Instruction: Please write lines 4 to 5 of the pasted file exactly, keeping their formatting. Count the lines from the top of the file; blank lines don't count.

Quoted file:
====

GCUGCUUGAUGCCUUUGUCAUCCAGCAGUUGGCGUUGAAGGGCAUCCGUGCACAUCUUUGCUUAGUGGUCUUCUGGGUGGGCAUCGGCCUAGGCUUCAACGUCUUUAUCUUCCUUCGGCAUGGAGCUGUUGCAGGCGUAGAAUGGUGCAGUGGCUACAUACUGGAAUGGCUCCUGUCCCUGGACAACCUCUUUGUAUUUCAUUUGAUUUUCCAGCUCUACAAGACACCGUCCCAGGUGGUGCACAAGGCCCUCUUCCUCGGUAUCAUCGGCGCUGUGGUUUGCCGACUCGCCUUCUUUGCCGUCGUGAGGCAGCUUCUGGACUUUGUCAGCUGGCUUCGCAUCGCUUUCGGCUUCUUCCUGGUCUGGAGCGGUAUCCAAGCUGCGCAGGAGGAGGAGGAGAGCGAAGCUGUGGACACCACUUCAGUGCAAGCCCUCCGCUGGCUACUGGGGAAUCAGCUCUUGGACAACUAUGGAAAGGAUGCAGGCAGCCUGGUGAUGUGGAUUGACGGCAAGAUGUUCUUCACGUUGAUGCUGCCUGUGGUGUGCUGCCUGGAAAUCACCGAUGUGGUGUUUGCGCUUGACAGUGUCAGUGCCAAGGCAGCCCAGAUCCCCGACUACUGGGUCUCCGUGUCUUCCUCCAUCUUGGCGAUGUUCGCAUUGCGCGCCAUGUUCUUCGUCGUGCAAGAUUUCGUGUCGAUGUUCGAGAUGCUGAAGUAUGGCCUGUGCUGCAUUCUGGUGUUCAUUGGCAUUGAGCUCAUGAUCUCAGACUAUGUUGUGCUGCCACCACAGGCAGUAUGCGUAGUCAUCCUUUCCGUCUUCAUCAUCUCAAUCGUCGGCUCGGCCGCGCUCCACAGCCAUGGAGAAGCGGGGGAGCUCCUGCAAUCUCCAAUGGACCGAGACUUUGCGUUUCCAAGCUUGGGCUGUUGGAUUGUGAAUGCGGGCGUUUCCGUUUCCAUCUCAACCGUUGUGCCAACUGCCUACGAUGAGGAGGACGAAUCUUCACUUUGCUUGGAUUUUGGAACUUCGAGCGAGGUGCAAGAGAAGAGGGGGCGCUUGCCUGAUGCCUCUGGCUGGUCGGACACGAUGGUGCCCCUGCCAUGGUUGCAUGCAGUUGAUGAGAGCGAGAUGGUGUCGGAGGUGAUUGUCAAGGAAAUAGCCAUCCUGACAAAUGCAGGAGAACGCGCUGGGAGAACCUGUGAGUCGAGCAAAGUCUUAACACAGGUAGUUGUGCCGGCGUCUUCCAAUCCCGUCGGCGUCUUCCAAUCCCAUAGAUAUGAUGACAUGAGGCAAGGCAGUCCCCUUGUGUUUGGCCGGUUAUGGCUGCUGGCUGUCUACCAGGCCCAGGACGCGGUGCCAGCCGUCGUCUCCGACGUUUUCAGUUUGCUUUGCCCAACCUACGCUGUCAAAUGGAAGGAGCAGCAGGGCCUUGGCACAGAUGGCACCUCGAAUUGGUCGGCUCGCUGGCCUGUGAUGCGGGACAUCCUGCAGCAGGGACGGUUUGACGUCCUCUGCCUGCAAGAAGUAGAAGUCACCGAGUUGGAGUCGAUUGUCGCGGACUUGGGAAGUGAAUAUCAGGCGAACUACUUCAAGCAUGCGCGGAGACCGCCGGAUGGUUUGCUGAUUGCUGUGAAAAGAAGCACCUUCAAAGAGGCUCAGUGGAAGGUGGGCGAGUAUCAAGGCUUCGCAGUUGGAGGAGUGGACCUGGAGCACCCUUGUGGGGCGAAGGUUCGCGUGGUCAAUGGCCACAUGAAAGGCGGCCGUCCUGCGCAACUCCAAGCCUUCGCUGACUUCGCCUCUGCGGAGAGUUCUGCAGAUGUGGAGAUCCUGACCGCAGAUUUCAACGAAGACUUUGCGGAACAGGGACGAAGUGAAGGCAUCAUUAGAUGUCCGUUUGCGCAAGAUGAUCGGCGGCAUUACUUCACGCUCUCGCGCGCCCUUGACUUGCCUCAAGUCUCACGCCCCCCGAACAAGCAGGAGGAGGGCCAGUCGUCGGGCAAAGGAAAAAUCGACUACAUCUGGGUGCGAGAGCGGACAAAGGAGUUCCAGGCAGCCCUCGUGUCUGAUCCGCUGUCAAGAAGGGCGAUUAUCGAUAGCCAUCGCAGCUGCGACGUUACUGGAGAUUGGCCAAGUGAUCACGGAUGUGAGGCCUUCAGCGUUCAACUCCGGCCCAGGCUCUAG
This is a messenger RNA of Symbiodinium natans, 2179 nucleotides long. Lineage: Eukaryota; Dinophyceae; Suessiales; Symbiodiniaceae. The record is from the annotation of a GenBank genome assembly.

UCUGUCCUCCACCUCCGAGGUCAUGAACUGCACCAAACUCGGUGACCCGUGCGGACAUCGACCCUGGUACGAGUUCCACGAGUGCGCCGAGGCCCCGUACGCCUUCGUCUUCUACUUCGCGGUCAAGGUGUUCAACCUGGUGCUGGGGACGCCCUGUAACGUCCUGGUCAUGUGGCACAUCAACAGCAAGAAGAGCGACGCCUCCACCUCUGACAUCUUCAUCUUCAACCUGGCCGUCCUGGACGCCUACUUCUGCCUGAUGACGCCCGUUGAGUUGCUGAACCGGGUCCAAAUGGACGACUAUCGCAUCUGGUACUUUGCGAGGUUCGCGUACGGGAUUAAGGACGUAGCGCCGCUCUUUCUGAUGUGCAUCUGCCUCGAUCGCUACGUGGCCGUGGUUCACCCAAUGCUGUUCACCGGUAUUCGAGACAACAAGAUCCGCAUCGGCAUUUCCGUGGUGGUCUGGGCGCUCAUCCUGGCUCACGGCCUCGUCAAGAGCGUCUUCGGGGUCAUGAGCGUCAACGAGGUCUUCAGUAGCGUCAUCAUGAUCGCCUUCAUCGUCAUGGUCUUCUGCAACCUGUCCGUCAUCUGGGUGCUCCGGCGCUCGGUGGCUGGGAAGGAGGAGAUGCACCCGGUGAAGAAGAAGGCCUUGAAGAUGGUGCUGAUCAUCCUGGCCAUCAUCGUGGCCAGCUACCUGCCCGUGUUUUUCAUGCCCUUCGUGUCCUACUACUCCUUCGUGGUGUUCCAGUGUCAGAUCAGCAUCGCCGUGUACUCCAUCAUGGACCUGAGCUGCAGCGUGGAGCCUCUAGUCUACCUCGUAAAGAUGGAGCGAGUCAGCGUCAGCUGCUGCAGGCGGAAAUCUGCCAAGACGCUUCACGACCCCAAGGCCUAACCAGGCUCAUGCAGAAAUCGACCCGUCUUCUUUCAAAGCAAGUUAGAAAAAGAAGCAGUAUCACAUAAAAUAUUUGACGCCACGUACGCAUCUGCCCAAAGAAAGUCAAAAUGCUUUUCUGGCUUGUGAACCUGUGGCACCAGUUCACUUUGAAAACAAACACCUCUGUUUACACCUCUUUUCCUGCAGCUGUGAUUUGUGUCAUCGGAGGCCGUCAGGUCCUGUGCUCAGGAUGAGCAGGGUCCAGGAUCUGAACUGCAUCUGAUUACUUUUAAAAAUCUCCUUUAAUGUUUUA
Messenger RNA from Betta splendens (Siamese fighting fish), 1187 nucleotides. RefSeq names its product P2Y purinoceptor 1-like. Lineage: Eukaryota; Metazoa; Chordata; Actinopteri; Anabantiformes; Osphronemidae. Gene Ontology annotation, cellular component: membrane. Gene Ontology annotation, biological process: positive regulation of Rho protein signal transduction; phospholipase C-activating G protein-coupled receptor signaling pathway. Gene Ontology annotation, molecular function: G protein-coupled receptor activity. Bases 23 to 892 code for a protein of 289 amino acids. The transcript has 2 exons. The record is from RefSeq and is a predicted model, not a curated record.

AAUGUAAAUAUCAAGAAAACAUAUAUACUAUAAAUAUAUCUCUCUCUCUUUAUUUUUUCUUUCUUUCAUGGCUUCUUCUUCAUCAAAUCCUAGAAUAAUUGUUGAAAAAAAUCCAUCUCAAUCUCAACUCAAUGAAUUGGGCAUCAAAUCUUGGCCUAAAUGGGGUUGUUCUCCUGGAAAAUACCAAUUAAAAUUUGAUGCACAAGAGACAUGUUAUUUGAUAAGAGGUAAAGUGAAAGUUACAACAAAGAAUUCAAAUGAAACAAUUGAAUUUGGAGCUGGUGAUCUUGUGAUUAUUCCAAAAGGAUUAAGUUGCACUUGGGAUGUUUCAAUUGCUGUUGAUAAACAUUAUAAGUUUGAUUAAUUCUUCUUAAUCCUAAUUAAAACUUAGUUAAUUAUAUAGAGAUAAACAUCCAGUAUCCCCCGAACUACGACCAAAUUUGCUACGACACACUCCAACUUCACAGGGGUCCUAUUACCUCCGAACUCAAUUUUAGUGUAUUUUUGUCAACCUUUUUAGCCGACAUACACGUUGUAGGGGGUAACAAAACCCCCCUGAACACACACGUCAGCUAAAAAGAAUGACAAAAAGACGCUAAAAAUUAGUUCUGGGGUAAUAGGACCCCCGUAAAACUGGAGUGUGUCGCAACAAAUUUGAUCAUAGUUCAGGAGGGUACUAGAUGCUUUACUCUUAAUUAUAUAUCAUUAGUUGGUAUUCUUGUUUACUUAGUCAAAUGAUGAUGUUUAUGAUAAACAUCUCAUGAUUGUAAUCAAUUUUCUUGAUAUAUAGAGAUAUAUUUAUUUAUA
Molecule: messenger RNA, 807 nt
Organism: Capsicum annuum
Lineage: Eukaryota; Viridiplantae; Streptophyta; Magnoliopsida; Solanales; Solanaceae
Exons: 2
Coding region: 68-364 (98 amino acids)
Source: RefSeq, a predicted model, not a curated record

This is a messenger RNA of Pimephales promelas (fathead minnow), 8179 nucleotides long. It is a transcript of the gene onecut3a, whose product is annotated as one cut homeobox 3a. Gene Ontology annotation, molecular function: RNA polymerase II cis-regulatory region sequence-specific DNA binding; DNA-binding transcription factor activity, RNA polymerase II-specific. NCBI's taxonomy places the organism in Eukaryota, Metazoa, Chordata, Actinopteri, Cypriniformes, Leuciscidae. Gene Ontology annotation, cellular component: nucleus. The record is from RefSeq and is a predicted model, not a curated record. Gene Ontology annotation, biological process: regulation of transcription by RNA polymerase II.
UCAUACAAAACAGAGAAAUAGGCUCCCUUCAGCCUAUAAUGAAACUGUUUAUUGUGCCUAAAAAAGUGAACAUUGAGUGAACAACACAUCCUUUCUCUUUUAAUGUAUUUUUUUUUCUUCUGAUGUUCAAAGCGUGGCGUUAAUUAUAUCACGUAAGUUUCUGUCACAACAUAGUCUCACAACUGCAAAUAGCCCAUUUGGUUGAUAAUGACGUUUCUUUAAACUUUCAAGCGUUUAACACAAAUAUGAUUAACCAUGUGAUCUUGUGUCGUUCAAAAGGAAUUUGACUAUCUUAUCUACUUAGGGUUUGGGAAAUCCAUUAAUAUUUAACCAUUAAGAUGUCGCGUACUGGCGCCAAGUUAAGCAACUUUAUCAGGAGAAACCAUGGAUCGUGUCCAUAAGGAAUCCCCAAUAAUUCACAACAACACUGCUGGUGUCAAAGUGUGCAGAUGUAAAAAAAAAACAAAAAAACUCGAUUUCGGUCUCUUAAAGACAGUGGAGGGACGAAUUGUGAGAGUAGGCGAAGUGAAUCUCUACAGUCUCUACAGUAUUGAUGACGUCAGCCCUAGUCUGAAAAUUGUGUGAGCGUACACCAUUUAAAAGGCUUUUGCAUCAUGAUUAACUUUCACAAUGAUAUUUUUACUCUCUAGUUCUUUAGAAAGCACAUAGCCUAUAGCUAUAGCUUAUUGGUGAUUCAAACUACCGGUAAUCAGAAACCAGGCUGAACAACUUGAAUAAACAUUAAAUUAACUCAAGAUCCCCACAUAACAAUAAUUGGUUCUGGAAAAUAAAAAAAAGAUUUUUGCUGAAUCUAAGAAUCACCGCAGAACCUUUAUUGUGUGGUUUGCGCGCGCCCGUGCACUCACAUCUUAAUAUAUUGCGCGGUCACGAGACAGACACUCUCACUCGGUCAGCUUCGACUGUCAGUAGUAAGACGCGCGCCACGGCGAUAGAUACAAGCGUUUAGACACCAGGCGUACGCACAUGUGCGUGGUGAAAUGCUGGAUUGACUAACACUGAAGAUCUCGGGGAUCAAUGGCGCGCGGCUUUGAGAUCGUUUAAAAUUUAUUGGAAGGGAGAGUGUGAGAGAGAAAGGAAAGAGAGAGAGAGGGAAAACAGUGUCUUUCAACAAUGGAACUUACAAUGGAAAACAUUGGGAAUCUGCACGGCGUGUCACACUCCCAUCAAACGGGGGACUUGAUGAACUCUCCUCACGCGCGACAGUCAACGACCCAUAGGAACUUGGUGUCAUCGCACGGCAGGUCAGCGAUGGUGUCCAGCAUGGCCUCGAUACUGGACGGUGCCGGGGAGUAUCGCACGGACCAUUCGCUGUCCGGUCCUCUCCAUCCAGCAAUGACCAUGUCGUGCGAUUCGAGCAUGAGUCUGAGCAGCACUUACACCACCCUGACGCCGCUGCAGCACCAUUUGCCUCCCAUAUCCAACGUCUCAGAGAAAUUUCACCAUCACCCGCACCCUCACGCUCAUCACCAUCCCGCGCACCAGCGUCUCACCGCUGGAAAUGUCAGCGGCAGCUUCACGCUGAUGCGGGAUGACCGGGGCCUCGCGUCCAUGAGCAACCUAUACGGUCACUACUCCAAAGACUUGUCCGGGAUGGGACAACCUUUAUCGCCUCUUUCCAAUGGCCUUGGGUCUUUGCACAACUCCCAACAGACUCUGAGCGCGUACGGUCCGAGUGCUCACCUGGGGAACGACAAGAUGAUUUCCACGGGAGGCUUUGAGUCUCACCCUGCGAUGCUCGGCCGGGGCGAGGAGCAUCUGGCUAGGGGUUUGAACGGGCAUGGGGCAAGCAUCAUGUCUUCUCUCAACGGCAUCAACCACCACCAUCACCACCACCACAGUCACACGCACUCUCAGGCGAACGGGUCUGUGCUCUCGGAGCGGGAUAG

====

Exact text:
Messenger RNA from Betta splendens (Siamese fighting fish), 1187 nucleotides. RefSeq names its product P2Y purinoceptor 1-like. Lineage: Eukaryota; Metazoa; Chordata; Actinopteri; Anabantiformes; Osphronemidae. Gene Ontology annotation, cellular component: membrane. Gene Ontology annotation, biological process: positive regulation of Rho protein signal transduction; phospholipase C-activating G protein-coupled receptor signaling pathway. Gene Ontology annotation, molecular function: G protein-coupled receptor activity. Bases 23 to 892 code for a protein of 289 amino acids. The transcript has 2 exons. The record is from RefSeq and is a predicted model, not a curated record.

AAUGUAAAUAUCAAGAAAACAUAUAUACUAUAAAUAUAUCUCUCUCUCUUUAUUUUUUCUUUCUUUCAUGGCUUCUUCUUCAUCAAAUCCUAGAAUAAUUGUUGAAAAAAAUCCAUCUCAAUCUCAACUCAAUGAAUUGGGCAUCAAAUCUUGGCCUAAAUGGGGUUGUUCUCCUGGAAAAUACCAAUUAAAAUUUGAUGCACAAGAGACAUGUUAUUUGAUAAGAGGUAAAGUGAAAGUUACAACAAAGAAUUCAAAUGAAACAAUUGAAUUUGGAGCUGGUGAUCUUGUGAUUAUUCCAAAAGGAUUAAGUUGCACUUGGGAUGUUUCAAUUGCUGUUGAUAAACAUUAUAAGUUUGAUUAAUUCUUCUUAAUCCUAAUUAAAACUUAGUUAAUUAUAUAGAGAUAAACAUCCAGUAUCCCCCGAACUACGACCAAAUUUGCUACGACACACUCCAACUUCACAGGGGUCCUAUUACCUCCGAACUCAAUUUUAGUGUAUUUUUGUCAACCUUUUUAGCCGACAUACACGUUGUAGGGGGUAACAAAACCCCCCUGAACACACACGUCAGCUAAAAAGAAUGACAAAAAGACGCUAAAAAUUAGUUCUGGGGUAAUAGGACCCCCGUAAAACUGGAGUGUGUCGCAACAAAUUUGAUCAUAGUUCAGGAGGGUACUAGAUGCUUUACUCUUAAUUAUAUAUCAUUAGUUGGUAUUCUUGUUUACUUAGUCAAAUGAUGAUGUUUAUGAUAAACAUCUCAUGAUUGUAAUCAAUUUUCUUGAUAUAUAGAGAUAUAUUUAUUUAUA